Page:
A colleague recently said to me: “Closing the economy was the easy part; opening it will be much harder.” This colleague raised questions such as how soon will people return to their offices? How jam packed will the local pubs be? Can I put off getting my hair colored for another month?
At MarshBerry, we keep pondering what clues should we be on the lookout for. This week, several of the publicly traded insurance brokers will report first quarter earnings, beginning tomorrow with Brown & Brown, Inc. (NYSE: BRO). We are not as interested in their historical results as we are with what these entities will say with regard to prospective statements.
- Are the public brokers still going to continue making acquisitions?
- Will strategic considerations for Merger & Acquisition (“M&A”) overtake opportunistic ones?
- Will company size, product line, carrier markets or geographic diversification become more or less important when considering which companies to acquire?
- Will these public brokers value top performers differently from average ones (e.g. will the spreads in valuations start to widen after several years of narrowing)?
- Will the number of LOIs (letters of intent) serve as a leading indicator of continued M&A appetite?
Insights into the level of M&A activity in the coming months should provide us with a better sense of the swiftness of the economic turnaround.
We are also watching for announcements of layoffs and salary reductions. How pervasive and/or deep have cuts been or will be at the largest brokers? For instance, Aon Plc (AON: NYSE) announced last week in its April 24, 2020, Securities & Exchange Commission Form 8-K filing that it is implementing 50% salary reductions for board members and executives:
“Due to the COVID-19 pandemic and the resulting economic disruption, the Board of Directors of Aon plc determined to temporarily reduce the annual base salaries of the Company’s named executive officers (“NEOs”) and the cash compensation of each of the Company’s non-executive directors.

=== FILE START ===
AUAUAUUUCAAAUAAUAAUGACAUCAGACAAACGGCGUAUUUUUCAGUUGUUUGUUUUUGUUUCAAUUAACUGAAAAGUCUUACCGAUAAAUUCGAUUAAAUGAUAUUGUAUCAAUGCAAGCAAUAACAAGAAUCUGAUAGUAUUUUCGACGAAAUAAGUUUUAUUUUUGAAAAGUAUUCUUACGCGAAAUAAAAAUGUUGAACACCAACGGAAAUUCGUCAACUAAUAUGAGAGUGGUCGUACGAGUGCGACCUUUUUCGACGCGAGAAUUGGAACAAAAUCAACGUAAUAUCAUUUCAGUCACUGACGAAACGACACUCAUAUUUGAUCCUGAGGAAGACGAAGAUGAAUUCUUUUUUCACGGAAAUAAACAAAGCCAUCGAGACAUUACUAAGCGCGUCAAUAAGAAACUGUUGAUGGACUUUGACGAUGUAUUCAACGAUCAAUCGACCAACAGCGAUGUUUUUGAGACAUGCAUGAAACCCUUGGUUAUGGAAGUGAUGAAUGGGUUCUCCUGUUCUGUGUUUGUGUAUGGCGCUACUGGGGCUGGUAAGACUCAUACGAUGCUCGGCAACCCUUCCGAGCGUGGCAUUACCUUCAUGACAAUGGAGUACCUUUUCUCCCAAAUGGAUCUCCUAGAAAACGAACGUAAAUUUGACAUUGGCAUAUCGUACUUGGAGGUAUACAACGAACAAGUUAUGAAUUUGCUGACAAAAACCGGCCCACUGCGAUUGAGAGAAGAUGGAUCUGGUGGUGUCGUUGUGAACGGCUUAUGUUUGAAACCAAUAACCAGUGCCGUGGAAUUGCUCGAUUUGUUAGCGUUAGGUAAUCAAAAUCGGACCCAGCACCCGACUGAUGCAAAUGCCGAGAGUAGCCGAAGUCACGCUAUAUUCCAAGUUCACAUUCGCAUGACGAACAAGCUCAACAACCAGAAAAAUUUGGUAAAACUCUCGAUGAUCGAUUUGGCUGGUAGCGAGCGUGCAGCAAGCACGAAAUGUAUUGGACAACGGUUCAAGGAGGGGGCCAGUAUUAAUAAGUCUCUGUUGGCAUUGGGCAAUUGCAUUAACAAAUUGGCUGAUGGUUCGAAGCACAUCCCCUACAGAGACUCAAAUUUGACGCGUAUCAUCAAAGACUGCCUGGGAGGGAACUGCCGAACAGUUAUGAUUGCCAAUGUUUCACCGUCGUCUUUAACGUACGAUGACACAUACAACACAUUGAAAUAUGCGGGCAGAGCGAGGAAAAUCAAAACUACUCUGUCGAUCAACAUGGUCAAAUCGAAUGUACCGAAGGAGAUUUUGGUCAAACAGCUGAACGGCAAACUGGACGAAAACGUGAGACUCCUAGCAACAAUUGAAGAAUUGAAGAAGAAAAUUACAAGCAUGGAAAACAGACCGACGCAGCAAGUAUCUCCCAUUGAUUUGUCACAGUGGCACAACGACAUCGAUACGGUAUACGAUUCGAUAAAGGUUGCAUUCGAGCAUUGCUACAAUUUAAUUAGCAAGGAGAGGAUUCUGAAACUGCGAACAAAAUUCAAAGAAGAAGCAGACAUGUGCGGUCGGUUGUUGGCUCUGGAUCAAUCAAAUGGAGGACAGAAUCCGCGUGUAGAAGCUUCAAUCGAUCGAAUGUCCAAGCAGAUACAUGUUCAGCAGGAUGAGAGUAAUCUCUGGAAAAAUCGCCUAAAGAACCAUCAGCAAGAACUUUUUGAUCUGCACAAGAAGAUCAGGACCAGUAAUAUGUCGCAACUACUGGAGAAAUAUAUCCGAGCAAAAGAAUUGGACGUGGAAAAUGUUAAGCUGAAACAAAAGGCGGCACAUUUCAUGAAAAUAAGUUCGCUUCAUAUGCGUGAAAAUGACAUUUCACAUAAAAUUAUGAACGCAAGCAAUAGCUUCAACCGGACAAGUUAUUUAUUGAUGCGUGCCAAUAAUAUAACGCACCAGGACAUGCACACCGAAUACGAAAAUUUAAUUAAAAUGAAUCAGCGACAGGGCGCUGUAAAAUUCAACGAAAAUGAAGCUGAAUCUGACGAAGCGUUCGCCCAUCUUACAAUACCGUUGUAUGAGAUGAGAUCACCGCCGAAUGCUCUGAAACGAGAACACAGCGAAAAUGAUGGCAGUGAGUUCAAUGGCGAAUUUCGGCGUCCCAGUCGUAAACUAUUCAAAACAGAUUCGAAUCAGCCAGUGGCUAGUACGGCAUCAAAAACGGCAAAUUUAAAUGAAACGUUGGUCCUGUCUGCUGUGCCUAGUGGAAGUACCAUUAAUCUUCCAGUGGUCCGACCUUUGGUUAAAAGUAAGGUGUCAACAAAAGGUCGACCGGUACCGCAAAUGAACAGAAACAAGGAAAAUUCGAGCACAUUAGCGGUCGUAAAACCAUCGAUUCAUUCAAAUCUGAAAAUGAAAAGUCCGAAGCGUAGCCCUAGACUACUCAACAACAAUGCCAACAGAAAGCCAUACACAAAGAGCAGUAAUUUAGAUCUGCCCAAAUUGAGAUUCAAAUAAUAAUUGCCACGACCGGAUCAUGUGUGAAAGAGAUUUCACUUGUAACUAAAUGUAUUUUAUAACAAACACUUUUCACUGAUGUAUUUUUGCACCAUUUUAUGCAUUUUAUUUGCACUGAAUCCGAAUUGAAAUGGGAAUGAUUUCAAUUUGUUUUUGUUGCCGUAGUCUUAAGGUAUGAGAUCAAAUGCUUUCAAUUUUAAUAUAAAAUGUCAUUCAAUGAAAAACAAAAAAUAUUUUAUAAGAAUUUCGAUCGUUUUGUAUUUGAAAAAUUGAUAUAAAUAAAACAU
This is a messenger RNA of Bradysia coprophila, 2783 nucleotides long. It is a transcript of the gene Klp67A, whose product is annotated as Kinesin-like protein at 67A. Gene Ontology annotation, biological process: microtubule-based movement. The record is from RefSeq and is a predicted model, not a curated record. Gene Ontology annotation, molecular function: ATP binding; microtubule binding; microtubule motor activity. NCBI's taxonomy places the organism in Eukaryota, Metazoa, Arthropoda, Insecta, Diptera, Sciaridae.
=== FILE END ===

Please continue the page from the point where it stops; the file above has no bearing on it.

“Each of Aon’s NEOs, Gregory Case, Chief Executive Officer, Christa Davies, Chief Financial Officer, Eric Andersen, President, and John Bruno, Chief Operating Officer, as well as Tony Goland, the Company’s Chief Innovation Officer, have agreed to a temporary 50% reduction in their base salary from May 1, 2020 through December 31, 2020, or until such other date as decided by the Aon.
“In addition, each of Aon’s non-executive directors has agreed to a temporary 50% reduction in their cash compensation from May 1, 2020 through December 31, 2020, or until such other date as decided by Aon.”
Is Aon’s move a one-off action, or have and will other public brokers follow suit? And what about large private backed brokers? Will they follow suit? The answer to these questions should provide further insight into how the economy will reopen.
Finally, what should we expect to see emanate from state insurance departments? We have already seen the California Department of Insurance (“DOI”) issue “guidance” requesting insurance companies refund commercial and personal auto premiums for the months of March, April and May to insureds as a result of an overall decrease in miles driven. California is also “requesting” workers’ compensation writers to cover COVID-19 claims if a worker gets infected, regardless of the origin of the virus (e.g. from a family member or a co-worker).
- Will other state DOIs follow California’s lead in auto premium rebates and workers’ compensation coverage for COVID-19?
- Will carriers penalize insurance brokers in the form of lower commissions or a claw back of commissions already issued as a result of returning auto premiums?
- If carriers resort to litigation, will it prove to be a public relations nightmare that reflects poorly on independent insurance brokers that represent these clients?
- Will insurance brokers need to up their customer service even more to respond to negative consumer backlashes?
Answers to these and other questions should provide us a near-term glimpse into how we will recommend insurance brokers operate as the economy resumes operations. Hang on to your hats; it could be a bumpy ride from here.
As we keep our eye firmly focused on the industry and actions within it, we are eager to know what you are experiencing. Today we are launching the MarshBerry Pulse. Take a quick 3-minute survey to help us gauge the industry’s response and outlook as the country moves towards “open for business” from the anticipated loosening of stay-at-home orders.
If you have questions about Today’s ViewPoint, or would like to learn more about our interpretation of actions and reactions during the pandemic, please email or call Gerard Vecchio, Senior Vice President at 212.972.4886.
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